A long and eventful history
One night in August 1870
The museums of Strasbourg as we know them today are partially the result of a tragic event. Their evolution would have been decidedly different if it weren’t for a disastrous event that took place on August 24th 1870. That evening a fire broke out when the city was bombed during the siege of 1870, ravaging the Aubette building and burning the Museum of Painting and Sculpture to the ground. The former Dominican church (now Temple Neuf) underwent the same fate and flames destroyed invaluable treasures shelved in its library in addition to irreplaceable documents and archives detailing Strasbourg’s history. The one-night disaster decimated nearly all of the municipal collections, be they artistic, archeological or historical.
The museum’s rebirth
This two-fold catastrophe was a shock for the people of Strasbourg though they were quick to take action. Beginning in 1872 mayor Ernest Lauth, assisted by the Friends of the Arts Society solicited artists and collectors to help reconstitute the Museum of Painting and Sculpture. The Society for the Conservation of Historical Monuments headed by its president, Canon Straub reassembled everything salvageable after the Dominican church fires and transferred it to the former Academy. Little by little, the collections were rebuilt thanks to archeological excavations across the region and the acquisition of numerous artistic and historical works spanning all periods.
The late 19th century and early 20th century were crucial periods in the museum’s history
Three distinct events occurring in 1898 were responsible for the true birth of a new Fine Arts Museum: after housing the new German University since 1872 upon its creation in 1871, the Rohan Palace finally became available; following numerous difficulties and setbacks the city received an allowance of 552,700 marks (for a total of 5 billion in war damages paid by France to Prussia); Wilhelm Bode, general director of the Berlin Museum was appointed to map out a program for the Museum of Fine Arts and moved forward with the purchase of paintings. The collections were thus enhanced quickly in both quality and quantity.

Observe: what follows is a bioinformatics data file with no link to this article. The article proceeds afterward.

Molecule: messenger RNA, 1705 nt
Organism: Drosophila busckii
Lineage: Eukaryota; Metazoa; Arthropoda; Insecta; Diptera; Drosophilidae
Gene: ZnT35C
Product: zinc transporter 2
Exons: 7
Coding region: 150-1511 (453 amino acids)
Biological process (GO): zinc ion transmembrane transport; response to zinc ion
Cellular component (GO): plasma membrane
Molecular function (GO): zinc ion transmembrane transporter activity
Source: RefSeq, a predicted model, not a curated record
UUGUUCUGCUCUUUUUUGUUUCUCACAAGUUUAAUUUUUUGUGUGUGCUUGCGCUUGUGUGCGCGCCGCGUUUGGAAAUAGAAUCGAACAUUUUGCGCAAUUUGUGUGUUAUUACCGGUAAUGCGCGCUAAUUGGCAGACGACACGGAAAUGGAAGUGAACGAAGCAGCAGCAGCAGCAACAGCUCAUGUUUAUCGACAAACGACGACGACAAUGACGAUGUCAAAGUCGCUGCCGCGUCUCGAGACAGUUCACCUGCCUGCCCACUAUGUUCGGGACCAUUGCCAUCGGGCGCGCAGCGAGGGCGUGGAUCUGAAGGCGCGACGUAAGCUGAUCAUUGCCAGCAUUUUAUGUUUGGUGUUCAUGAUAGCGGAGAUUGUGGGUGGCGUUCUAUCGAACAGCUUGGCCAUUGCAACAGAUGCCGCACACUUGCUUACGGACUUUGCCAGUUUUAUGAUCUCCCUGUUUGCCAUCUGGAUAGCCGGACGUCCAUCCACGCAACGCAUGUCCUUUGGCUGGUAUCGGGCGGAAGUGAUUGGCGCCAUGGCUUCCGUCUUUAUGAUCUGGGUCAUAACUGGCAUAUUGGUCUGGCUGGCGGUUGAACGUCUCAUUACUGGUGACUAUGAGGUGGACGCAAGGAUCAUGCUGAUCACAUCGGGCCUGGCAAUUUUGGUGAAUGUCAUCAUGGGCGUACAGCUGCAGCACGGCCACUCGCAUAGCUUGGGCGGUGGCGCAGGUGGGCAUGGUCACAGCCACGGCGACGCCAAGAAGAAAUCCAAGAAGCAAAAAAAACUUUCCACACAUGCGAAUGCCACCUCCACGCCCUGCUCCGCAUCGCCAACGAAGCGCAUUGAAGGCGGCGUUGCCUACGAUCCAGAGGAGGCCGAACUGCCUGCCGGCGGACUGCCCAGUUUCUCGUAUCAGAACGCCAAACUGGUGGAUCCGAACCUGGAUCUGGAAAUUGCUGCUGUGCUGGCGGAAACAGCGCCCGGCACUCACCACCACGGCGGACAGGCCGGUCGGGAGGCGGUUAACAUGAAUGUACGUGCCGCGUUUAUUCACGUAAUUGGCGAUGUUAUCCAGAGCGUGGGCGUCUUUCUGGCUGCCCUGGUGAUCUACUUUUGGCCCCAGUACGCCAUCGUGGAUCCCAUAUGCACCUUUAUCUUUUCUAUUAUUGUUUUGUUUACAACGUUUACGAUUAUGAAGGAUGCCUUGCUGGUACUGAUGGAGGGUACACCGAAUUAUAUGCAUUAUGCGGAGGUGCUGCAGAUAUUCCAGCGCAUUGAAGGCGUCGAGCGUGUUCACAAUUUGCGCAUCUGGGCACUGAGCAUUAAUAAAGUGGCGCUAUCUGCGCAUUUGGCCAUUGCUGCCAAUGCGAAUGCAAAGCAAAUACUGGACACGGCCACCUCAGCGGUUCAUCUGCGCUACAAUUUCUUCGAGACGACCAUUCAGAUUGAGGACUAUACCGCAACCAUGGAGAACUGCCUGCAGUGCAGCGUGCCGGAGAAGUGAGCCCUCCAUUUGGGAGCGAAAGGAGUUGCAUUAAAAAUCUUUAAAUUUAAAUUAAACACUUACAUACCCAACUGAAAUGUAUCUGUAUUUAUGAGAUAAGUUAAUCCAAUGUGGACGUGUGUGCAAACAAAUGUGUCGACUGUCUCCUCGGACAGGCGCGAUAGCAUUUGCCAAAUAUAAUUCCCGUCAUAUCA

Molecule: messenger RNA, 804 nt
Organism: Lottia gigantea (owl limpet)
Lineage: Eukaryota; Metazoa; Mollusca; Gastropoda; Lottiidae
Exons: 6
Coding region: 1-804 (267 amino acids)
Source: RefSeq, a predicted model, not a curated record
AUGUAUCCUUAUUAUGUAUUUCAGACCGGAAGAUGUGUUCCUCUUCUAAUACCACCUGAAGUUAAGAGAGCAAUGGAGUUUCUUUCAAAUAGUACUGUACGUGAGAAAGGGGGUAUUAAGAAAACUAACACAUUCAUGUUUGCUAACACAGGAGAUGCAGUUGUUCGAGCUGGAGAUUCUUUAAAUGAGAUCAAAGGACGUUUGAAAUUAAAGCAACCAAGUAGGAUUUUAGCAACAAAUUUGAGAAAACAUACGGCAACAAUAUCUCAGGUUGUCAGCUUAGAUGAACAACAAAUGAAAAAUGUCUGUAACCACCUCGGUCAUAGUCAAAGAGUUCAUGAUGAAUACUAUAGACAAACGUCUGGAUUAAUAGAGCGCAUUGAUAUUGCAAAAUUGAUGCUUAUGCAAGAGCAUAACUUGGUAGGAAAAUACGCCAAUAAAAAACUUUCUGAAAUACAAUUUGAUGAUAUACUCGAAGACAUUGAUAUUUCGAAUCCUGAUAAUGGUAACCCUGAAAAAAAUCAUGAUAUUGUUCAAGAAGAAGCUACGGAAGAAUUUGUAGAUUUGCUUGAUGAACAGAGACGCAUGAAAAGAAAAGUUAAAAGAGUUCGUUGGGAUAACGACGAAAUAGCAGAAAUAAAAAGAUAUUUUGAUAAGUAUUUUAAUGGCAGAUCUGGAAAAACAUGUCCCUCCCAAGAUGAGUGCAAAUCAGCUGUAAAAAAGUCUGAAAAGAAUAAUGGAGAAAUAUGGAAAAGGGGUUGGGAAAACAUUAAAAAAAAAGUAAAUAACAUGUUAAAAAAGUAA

By 1896, the archeological collections reconstituted thanks to the Alsatian Society for the Conservation of Historical Monuments had already taken up headquarters in the Rohan Palace, Place du Château. Robert Forrer who succeeded professor Henning in 1909 as the new curator first chose to exhibit them in the Cardinals’ library, and the stable wing and its annexes, finally transferring them to the building’s basement in 1913.
In 1908, the Print Room, created ten years prior on the Academy’s premises merged with the library of the Museum of Decorative Arts and the Museum of Fine Arts. At that time it contained a collection of graphic documents especially designed for architects, decorators and craftsmen.
Piece by piece, the museums that had disappeared in 1870 found new life in the former Episcopal palace. The latter became an ideal setting for artistic activities where Strasbourg’s cultural societies, including the industrious Friends of the Arts Society, were able to present major exhibitions. Other museums were added to these newly reborn museums which now enjoyed permanent shelter honoring their excellence. In 1887 the Museum of Arts and Métiers (Kunstgewerbe Museum), born from an official initiative, took on the initial form of what was to become the Decorative Arts Museum. The Hohenlohe Museum as it was called, was transferred to the first floor of the Grande Boucherie (the old Slaughterhouse) under the watchful eyes of Auguste Schricker and Ersnt Polaczek. As for the Alsatian Museum, it originated as the fruit of private enterprise, a share-holding company created in 1902 that rapidly assembled a significant collection and acquired a beautiful old house located at 23, Quai Saint-Nicolas. Its inauguration held in 1907 proved to be a festive occasion. The museum’s private status nearly brought about its downfall however, as it was sequestrated and put up for sale by the German administration in 1917. Fortunately the city of Strasbourg was able to purchase it, thereby preventing the collection’s dispersion.
The museums of Strasbourg in the face of two World Wars